Current Solicitations

Meetings and Events

Nanotechnology Research and Development Infrastructure

The National Nanotechnology Initiative has a robust research infrastructure with user facilities and multidisciplinary research and education centers across the United States.
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Responsible Development of Nanotechnology

As a goal of the NNI since inception, responsible development includes understanding potential environmental, health, and safety (EHS) implications of nanomaterials as well as the ethical, legal, and societal implications (ELSI) of nanotechnology.
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Nanotechnology Commercialization

NNI agencies are collaborating with industry to facilitate the commercialization of federally funded nanotechnology discoveries.
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Nanotechnology Signature Initiatives and Nanotechnology-Inspired Grand Challenges

The National Nanotechnology Coordination Office leads two major efforts to enhance coordination and collaboration among the participating agencies of the National Nanotechnology Initiative and to engage with the public: Nanotechnology Signature Initiatives and Nanotechnology-Enabled Grand Challenges.
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Nanotechnology Research and Development Infrastructure

Under the National Nanotechnology Initiative, several participating agencies have built or supported the development of user facilities and have established and developed multidisciplinary research and education centers across the United States.
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Responsible Development of Nanotechnology

With the advent of new technologies, including nanotechnology, one should consider both potential benefits and unintended risks to human health and the environment that might accompany development.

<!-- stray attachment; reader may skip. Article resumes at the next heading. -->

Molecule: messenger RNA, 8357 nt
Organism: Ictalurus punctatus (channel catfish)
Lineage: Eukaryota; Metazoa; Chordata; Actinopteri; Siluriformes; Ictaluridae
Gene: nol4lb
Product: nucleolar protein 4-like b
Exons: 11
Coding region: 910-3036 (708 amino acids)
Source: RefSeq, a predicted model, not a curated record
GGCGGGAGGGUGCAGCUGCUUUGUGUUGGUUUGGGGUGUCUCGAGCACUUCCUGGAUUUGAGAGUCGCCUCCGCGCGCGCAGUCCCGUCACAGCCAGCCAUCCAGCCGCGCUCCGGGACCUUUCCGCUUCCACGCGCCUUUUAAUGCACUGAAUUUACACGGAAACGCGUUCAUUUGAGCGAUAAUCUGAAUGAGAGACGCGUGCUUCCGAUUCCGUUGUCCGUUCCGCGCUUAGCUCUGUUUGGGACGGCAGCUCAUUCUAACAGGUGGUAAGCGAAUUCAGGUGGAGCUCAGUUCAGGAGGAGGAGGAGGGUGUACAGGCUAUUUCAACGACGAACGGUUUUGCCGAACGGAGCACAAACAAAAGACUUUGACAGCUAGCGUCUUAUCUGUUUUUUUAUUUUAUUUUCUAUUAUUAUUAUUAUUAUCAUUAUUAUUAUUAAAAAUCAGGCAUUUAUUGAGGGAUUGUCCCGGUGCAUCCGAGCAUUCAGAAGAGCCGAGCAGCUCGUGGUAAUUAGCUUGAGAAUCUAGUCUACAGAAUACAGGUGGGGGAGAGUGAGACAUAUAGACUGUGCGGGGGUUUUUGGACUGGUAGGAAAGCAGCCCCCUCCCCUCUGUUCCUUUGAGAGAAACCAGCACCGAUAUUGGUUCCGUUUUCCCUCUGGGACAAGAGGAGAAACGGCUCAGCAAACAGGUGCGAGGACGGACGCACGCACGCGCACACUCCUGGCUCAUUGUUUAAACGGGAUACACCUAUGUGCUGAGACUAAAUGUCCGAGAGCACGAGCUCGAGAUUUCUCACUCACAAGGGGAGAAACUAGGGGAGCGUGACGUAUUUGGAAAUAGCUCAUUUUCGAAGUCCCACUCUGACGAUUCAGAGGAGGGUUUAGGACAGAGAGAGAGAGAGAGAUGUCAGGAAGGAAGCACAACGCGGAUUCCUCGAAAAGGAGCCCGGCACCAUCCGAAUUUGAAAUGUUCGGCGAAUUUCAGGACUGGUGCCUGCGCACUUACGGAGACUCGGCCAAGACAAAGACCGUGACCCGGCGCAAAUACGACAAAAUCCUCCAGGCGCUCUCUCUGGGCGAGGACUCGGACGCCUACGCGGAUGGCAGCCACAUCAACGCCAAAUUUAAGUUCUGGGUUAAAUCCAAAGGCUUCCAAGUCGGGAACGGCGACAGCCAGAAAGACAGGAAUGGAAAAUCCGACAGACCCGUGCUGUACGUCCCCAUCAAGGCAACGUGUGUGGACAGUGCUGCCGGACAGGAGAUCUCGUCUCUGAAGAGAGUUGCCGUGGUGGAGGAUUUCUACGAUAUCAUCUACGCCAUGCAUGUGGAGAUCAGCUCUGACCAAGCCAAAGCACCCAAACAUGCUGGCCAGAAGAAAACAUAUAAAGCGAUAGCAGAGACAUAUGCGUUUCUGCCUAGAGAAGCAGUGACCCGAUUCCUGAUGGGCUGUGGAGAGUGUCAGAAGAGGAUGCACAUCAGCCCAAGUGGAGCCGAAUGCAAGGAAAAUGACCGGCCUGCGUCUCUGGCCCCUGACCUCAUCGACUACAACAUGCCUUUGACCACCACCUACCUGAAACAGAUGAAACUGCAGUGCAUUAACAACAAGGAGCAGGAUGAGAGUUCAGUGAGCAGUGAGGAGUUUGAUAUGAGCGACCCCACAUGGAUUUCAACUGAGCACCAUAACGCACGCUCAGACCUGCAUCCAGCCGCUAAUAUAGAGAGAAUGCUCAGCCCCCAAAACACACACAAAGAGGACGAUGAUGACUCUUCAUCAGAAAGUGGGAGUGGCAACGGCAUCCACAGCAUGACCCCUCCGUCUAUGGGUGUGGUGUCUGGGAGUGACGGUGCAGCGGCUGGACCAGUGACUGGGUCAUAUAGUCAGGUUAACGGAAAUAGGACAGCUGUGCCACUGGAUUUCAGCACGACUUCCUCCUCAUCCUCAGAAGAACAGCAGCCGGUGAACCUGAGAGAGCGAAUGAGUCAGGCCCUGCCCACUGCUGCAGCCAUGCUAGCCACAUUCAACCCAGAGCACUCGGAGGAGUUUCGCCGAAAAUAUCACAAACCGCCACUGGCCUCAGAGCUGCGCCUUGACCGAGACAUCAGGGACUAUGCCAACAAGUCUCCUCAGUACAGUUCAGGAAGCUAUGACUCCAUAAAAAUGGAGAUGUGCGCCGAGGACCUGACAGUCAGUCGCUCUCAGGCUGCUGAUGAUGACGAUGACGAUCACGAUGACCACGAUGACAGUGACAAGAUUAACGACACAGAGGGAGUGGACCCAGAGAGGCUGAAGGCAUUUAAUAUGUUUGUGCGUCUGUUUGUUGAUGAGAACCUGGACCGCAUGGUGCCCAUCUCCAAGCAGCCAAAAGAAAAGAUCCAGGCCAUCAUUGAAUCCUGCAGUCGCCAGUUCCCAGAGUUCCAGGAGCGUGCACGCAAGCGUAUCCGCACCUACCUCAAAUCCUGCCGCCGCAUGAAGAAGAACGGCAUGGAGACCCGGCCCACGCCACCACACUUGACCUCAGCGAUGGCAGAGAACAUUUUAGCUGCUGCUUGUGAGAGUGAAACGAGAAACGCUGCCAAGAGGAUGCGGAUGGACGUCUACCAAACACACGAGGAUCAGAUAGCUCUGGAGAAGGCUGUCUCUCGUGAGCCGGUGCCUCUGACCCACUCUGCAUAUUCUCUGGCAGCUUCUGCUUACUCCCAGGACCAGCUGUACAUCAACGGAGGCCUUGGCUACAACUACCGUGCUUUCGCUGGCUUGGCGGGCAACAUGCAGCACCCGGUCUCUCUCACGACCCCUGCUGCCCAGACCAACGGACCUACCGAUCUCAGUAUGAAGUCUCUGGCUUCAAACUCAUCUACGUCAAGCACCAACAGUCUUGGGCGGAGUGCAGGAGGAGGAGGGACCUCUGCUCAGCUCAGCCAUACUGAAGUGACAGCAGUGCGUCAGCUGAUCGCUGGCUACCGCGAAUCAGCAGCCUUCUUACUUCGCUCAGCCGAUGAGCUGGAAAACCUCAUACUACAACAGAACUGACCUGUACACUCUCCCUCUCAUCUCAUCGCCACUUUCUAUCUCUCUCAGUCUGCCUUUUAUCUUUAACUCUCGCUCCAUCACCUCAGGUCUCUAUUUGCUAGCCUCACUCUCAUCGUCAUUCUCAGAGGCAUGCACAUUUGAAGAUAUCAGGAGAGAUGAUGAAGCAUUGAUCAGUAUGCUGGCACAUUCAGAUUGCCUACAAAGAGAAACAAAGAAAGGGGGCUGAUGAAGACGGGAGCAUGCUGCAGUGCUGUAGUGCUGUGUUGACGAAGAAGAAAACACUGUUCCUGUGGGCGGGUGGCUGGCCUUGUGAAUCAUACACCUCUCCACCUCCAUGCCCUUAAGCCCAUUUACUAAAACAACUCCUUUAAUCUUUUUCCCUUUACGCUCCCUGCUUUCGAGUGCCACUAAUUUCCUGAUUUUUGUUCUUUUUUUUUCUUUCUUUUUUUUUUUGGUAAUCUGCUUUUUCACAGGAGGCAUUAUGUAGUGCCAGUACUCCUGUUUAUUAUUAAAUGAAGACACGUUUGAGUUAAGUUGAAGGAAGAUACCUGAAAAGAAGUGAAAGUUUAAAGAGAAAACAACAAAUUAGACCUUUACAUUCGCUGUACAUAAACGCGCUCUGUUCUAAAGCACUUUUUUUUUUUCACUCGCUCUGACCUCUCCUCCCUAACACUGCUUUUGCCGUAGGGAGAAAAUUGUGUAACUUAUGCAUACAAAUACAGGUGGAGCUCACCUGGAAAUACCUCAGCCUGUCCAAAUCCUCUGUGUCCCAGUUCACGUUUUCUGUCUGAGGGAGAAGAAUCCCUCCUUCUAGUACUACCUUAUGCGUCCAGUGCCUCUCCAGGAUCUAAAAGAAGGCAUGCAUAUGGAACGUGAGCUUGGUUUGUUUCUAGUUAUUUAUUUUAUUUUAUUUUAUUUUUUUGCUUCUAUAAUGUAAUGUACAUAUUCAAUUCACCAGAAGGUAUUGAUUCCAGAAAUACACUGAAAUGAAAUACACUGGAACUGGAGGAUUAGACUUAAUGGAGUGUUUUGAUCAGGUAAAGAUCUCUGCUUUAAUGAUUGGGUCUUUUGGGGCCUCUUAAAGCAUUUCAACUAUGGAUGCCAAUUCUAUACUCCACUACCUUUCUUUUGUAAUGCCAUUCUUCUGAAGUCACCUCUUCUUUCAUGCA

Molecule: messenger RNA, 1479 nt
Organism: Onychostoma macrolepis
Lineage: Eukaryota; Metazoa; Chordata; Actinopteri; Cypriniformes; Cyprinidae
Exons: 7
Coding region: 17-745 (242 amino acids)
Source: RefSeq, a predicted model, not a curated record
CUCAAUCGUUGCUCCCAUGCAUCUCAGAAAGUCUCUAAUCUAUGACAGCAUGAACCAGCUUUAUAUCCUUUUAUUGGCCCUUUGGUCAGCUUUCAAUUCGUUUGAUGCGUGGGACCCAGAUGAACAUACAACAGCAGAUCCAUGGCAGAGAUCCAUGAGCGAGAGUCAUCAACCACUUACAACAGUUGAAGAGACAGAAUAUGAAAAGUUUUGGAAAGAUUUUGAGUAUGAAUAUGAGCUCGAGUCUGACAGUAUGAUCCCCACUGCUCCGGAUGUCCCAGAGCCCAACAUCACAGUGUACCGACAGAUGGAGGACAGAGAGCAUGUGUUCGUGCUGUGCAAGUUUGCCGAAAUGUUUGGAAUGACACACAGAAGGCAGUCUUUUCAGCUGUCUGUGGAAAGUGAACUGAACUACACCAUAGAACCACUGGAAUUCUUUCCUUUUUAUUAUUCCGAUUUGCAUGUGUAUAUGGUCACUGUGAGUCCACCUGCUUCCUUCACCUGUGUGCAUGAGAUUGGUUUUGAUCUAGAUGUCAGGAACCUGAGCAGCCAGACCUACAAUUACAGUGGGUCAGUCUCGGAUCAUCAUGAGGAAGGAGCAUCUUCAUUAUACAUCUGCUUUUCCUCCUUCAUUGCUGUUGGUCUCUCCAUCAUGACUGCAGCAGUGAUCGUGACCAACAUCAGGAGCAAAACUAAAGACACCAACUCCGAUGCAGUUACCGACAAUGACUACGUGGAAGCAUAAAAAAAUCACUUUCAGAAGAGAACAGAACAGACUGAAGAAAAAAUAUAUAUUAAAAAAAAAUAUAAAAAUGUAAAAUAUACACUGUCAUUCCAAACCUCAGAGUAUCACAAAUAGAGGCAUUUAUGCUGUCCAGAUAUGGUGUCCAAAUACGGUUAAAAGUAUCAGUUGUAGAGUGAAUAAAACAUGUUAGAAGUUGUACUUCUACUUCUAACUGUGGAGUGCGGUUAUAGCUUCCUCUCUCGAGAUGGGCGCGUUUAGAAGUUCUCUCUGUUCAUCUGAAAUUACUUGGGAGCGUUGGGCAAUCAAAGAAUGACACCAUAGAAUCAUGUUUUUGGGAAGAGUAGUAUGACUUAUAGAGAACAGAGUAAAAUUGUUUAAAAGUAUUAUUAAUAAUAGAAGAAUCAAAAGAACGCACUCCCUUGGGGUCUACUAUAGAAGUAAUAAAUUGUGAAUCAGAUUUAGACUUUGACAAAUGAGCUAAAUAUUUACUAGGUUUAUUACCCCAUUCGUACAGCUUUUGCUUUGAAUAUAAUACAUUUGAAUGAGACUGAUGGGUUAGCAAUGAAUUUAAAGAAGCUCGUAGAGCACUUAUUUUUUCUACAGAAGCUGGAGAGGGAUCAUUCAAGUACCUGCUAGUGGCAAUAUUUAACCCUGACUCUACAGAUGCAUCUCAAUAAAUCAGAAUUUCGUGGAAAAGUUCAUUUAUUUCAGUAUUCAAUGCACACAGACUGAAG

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Nano-imaging system helps surgeons remove tiny ovarian tumors

Ovarian cancer is usually diagnosed only after it has reached an advanced stage, and most patients undergo surgery to remove as many of these tumors as possible. But because some tumors are so small and widespread, it is difficult to eradicate all of them. Researchers at the Massachusetts Institute of Technology have now developed a way to improve the accuracy of this surgery and remove tumors as small as 0.3 millimeters — smaller than a poppy seed — during surgery in mice.

Unique Synthetic Antibodies Show Promise for Improved Disease and Toxin Detection

Scientists have invented a new "synthetic antibody" that could make screening for diseases easier and less expensive than current go-to methods. Such “synthetic antibodies” consist of the combination of synthetically produced molecules that are similar to peptides and tiny cylinders of carbon atoms called single-walled carbon nanotubes.

New polymer films conduct heat instead of trapping it

Engineers have made thin polymer films that conduct heat – an ability normally associated with metals. They found that the films, which are thinner than plastic wrap, conduct heat better than many metals, including steel and ceramic. These results may spur the development of polymer insulators as lightweight, flexible, and corrosion-resistant alternatives to traditional metal heat conductors.

Novel nanoparticle enhances radiation tumor killing

Radiation kills tumors by creating oxygen free radicals that damage the tumor DNA. However, the lack of oxygen in the center of tumors blocks the production of free radicals, inhibiting radiation killing. Researchers have now designed a nanoparticle that generates radiation-induced oxygen free radicals even in the low-oxygen center of tumors, dramatically increasing the success of radiation therapy.

Johns Hopkins Researchers Develop Soft Tissue Substitute With Fewer Side Effects

A team of plastic surgeons and material scientists has invented a synthetic soft tissue substitute that is well tolerated and encourages the growth of soft tissue and blood vessels. This new material retains its shape without being too dense, overcoming challenges with current tissue fillers that tend to be either too soft or not porous enough to let cells move in and start regrowing tissue.